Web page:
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I am using following way to encrypt user's passwords which is AES Encryption. I just want to know is this a good practice or is there any other method should I follow. Because someone made me confused saying "Why don't you use "SALT". Can I use SALT AES Encryption? with Bellow is a sample query I am using.

INSERT INTO user(id,passowrd) VALUES (1,AES_ENCRYPT('mypassword','key'));
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up vote 7 down vote accepted
  • I hope your database column isn't named "passowrd".

That aside..

Salt isn't an encryption method, it's a random bit you need to add to each password before hashing to protect against dictionary attacks.

You should not be storing user passwords using AES encryption, which is reversible. You don't care what the user's password is, only that they know it: so don't store the password in a reversible form.

Instead, you use a secure one-way hash, such as SHA256 or even bcrypt, of the password plus some random data. This random junk, the "salt", is generated for each user and appended to the password before hashing. It is then stored in the database along with the hashed data to enable you to compare the passwords later.

This way, an attacker with what's called a rainbow table (a big dictionary of hash-to-plaintext mappings) can't come along and see "oh look, Joe User decided to make his password 'password'!". This also protects against someone brute-forcing all the passwords in your database, since if each account has its own independent salt, each password must be independently attacked.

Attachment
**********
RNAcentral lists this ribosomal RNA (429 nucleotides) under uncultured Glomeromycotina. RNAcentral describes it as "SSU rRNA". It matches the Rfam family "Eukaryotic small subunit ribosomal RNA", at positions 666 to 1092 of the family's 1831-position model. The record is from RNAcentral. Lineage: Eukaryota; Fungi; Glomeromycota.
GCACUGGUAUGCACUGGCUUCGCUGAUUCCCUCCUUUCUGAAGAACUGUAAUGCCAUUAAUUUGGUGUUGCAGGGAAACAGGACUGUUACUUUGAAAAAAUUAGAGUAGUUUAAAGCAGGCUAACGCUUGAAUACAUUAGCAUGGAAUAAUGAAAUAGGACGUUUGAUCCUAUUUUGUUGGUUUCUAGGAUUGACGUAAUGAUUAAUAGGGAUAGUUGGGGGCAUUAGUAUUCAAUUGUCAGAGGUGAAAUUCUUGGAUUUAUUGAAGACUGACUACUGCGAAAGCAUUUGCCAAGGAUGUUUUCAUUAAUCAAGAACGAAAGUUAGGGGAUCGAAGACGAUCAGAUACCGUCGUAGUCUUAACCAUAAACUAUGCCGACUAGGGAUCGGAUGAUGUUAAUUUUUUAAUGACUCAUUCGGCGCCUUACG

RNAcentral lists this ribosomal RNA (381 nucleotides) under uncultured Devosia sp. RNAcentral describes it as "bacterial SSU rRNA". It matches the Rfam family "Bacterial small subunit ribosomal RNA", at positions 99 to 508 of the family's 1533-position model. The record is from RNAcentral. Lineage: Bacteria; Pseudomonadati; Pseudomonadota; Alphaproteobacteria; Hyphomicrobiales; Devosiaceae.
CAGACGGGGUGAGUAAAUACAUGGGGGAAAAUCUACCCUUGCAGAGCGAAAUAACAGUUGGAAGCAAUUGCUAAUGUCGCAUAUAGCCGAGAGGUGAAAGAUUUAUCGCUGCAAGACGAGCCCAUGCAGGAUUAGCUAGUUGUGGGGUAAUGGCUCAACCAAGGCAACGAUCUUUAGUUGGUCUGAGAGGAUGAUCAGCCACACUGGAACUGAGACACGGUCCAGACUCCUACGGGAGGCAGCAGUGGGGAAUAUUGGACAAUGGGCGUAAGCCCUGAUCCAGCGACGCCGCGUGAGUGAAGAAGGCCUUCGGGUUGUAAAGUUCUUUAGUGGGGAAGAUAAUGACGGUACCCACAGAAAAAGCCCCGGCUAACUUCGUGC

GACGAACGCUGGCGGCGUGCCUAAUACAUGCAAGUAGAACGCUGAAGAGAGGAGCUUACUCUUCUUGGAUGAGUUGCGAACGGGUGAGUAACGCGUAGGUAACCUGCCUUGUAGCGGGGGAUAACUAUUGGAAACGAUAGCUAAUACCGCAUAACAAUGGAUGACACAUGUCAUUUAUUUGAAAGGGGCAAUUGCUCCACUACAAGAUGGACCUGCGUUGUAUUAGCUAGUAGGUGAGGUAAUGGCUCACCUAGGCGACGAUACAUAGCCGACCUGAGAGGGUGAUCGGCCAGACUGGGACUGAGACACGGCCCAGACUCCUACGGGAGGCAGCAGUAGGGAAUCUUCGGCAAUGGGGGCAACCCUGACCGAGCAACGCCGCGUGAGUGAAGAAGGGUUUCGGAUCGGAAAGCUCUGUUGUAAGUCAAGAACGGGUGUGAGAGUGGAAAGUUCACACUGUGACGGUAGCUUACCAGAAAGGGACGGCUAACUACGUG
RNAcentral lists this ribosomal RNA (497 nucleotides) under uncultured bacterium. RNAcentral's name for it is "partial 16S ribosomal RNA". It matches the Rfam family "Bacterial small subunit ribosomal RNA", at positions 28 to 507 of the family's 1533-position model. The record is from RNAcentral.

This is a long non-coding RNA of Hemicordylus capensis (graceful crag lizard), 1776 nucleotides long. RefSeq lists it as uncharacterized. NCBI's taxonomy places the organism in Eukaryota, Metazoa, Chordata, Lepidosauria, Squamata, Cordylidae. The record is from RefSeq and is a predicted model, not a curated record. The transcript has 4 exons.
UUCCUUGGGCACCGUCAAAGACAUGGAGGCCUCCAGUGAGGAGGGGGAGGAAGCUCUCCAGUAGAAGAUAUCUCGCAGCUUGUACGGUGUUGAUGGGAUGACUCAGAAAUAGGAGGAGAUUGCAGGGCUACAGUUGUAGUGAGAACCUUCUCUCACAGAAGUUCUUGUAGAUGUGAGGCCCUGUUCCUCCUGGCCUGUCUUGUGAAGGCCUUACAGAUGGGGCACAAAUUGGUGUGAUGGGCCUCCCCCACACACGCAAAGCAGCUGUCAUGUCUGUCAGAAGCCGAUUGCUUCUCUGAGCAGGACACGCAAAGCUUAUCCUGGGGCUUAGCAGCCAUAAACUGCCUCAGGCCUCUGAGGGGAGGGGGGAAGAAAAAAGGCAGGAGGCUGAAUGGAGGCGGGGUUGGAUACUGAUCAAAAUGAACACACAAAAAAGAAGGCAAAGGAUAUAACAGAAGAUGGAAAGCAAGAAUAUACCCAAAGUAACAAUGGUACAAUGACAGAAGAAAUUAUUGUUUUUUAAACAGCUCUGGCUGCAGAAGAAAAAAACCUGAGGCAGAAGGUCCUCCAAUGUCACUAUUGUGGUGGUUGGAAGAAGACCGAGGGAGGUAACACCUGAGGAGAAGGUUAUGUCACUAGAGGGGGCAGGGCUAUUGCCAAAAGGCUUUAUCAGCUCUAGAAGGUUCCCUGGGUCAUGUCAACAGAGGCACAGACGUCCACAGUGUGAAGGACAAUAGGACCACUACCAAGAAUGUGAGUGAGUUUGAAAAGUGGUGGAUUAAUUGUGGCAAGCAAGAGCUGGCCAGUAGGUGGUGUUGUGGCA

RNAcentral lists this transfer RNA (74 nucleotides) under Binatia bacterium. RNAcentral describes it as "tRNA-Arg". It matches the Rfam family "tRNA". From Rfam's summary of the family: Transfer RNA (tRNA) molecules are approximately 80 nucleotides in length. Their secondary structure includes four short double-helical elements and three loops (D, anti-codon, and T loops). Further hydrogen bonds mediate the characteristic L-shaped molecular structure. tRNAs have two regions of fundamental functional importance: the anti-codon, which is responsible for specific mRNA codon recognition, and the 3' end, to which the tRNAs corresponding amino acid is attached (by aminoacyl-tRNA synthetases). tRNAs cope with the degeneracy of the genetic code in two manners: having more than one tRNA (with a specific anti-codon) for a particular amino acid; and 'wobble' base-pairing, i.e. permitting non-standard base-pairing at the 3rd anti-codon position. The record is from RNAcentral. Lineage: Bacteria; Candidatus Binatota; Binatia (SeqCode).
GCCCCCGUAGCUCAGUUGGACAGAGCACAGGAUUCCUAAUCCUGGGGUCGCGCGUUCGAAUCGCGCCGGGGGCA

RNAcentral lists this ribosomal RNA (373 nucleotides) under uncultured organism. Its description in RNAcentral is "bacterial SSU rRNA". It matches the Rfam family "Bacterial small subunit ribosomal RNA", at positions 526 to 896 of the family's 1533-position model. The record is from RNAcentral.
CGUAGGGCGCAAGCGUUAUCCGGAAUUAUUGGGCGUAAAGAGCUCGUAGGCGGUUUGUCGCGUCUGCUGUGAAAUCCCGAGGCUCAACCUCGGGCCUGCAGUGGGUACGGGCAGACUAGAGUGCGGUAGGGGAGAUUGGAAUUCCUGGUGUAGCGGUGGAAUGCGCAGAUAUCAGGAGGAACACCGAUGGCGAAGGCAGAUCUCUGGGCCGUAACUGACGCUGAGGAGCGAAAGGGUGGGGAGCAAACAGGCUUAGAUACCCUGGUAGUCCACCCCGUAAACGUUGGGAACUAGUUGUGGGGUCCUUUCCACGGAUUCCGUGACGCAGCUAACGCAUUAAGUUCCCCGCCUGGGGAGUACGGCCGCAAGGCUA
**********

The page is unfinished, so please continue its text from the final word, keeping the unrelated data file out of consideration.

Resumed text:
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+1 Salted one-way hashes should be used in almost all cases. Any reversible encryption creates the possibility that the wrong person will access the password (even if it's just your own employees, for example, who have access to the encryption/decryption algorithm). Given most users' (unfortunate) propensity to recycle passwords, this presents a significant risk. – Ben D Feb 26 '12 at 4:38
Thanks Borealid for your answer. – Prasad Rajapaksha Feb 26 '12 at 4:40

You wouldn't use "SALT" with AES, typically it's used with SHA.

Great details and explanation can be found at:

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A salt is a sequence of characters added to a string about to being hashed, so it's harder for an attacker to obtain the original string.

However, for a cipher algorithm that is not based on hash, a salt isn't necessary, because the attackers will obtain anyway the original string with the salt, and it's just needed logic to remove it.

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BTW, as Borealid suggested, why don't you use instead a hash? It's more secure than encryption for strings you don't need to recover later but just compare, like passwords. – Adonais Feb 26 '12 at 4:29

With AES_ENCRYPT the key you're using IS the salt. I prefer one-way hashes like MD5 or SHA, but many like decryptable passwords like you're storing.

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